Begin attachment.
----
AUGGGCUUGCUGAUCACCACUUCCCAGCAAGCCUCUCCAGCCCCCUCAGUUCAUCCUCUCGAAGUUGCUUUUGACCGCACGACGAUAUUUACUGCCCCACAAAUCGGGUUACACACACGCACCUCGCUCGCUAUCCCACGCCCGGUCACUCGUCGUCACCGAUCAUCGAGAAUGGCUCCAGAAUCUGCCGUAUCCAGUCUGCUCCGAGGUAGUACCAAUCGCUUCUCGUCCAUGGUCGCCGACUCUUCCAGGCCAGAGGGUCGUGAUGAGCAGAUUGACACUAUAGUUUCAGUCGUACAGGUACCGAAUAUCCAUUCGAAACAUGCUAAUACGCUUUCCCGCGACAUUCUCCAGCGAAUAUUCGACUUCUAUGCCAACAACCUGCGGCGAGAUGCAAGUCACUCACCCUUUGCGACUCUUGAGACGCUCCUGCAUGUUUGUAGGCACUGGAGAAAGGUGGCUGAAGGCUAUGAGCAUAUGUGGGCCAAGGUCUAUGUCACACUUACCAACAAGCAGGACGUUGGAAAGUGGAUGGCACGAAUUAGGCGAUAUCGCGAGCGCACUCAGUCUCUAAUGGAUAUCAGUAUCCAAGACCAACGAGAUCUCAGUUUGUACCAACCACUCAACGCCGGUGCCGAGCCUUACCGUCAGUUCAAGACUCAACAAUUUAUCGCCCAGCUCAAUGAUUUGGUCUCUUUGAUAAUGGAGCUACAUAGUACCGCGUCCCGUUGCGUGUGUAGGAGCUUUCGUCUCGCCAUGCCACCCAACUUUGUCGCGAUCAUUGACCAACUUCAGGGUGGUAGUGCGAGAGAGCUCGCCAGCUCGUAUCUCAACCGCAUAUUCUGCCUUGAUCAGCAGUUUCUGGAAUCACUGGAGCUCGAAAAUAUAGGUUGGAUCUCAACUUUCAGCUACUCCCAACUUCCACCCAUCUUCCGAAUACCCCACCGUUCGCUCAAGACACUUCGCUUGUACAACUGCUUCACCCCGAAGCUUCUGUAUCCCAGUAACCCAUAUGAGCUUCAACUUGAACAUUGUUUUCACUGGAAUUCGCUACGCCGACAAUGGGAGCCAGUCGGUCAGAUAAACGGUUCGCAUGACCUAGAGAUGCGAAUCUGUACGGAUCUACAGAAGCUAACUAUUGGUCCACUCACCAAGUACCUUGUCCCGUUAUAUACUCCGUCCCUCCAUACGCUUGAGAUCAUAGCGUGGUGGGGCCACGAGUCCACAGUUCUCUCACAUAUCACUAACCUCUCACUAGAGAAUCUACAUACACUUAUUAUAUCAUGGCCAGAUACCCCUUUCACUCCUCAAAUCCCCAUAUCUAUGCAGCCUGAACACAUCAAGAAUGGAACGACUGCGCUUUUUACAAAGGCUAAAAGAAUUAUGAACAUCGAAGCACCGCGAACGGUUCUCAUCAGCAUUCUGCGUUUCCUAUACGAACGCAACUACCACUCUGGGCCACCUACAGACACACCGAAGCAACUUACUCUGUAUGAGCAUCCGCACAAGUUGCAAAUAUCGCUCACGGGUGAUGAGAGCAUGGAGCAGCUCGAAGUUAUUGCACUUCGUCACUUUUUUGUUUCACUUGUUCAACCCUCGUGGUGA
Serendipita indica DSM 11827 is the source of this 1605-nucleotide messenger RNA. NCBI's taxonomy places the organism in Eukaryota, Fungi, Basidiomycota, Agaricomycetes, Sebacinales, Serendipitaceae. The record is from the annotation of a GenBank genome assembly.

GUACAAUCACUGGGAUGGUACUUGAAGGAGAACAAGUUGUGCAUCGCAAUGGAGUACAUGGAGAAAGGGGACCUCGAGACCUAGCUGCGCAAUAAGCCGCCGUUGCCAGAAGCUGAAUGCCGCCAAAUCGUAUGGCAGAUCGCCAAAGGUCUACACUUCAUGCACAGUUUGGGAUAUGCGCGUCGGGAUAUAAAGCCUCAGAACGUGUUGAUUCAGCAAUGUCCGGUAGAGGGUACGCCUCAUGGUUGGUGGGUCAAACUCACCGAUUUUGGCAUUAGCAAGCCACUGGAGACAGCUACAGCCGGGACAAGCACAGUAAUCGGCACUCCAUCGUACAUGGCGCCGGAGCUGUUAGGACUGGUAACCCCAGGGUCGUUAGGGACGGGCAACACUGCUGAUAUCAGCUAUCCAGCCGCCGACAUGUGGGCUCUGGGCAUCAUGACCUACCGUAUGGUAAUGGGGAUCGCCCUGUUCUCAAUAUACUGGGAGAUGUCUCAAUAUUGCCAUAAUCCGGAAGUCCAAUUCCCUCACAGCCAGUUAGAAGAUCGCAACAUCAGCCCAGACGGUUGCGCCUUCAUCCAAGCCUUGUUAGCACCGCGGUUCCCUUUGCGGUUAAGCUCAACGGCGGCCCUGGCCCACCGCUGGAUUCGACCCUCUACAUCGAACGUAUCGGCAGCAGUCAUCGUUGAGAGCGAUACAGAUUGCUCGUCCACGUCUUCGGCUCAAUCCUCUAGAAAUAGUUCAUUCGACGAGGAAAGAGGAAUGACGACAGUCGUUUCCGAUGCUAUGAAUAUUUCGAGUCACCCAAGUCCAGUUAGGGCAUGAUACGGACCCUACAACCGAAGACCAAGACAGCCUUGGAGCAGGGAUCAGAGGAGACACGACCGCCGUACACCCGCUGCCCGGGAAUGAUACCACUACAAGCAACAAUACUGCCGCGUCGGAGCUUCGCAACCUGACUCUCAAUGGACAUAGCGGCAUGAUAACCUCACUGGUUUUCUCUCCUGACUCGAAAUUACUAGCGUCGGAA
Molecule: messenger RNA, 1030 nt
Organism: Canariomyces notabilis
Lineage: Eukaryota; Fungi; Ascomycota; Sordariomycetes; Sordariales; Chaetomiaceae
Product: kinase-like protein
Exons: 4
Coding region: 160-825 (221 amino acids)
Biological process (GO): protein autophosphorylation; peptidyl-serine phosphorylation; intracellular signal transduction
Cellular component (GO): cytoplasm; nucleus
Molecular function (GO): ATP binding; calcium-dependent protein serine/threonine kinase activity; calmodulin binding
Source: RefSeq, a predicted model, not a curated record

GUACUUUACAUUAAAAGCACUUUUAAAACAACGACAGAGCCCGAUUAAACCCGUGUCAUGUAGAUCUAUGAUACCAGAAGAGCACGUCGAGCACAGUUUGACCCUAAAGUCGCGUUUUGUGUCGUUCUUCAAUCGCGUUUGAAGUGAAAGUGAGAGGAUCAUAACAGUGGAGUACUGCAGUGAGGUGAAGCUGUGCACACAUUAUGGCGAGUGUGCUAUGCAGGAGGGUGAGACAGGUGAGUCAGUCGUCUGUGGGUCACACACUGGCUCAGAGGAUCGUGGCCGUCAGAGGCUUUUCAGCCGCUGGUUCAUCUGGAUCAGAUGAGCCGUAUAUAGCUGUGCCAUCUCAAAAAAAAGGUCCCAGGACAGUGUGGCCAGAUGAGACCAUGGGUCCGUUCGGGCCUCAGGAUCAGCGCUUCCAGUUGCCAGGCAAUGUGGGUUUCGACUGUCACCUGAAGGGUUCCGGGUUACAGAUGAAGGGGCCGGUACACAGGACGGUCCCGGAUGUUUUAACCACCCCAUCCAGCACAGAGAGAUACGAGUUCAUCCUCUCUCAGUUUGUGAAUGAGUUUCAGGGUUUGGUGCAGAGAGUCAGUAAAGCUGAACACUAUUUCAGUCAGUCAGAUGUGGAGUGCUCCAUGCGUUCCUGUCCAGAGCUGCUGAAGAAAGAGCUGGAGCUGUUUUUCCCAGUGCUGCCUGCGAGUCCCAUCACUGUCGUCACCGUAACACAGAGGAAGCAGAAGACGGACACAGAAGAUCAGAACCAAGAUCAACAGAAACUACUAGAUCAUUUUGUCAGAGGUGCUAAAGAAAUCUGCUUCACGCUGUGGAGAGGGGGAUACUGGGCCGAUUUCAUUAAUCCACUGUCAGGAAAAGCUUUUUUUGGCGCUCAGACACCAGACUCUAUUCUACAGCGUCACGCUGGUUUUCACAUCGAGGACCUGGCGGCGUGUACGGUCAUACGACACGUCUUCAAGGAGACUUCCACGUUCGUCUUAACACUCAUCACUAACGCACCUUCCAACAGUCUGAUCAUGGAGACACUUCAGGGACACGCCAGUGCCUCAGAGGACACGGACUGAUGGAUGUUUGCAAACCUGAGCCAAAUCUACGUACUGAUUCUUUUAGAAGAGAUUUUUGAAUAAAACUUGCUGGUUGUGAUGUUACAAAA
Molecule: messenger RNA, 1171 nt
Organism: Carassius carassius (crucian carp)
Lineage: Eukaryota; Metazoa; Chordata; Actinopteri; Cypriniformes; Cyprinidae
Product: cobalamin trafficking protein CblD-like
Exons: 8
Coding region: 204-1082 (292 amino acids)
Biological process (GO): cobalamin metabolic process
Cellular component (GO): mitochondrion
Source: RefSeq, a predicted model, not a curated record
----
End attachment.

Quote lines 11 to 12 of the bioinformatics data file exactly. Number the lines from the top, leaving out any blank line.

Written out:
Cellular component (GO): cytoplasm; nucleus
Molecular function (GO): ATP binding; calcium-dependent protein serine/threonine kinase activity; calmodulin binding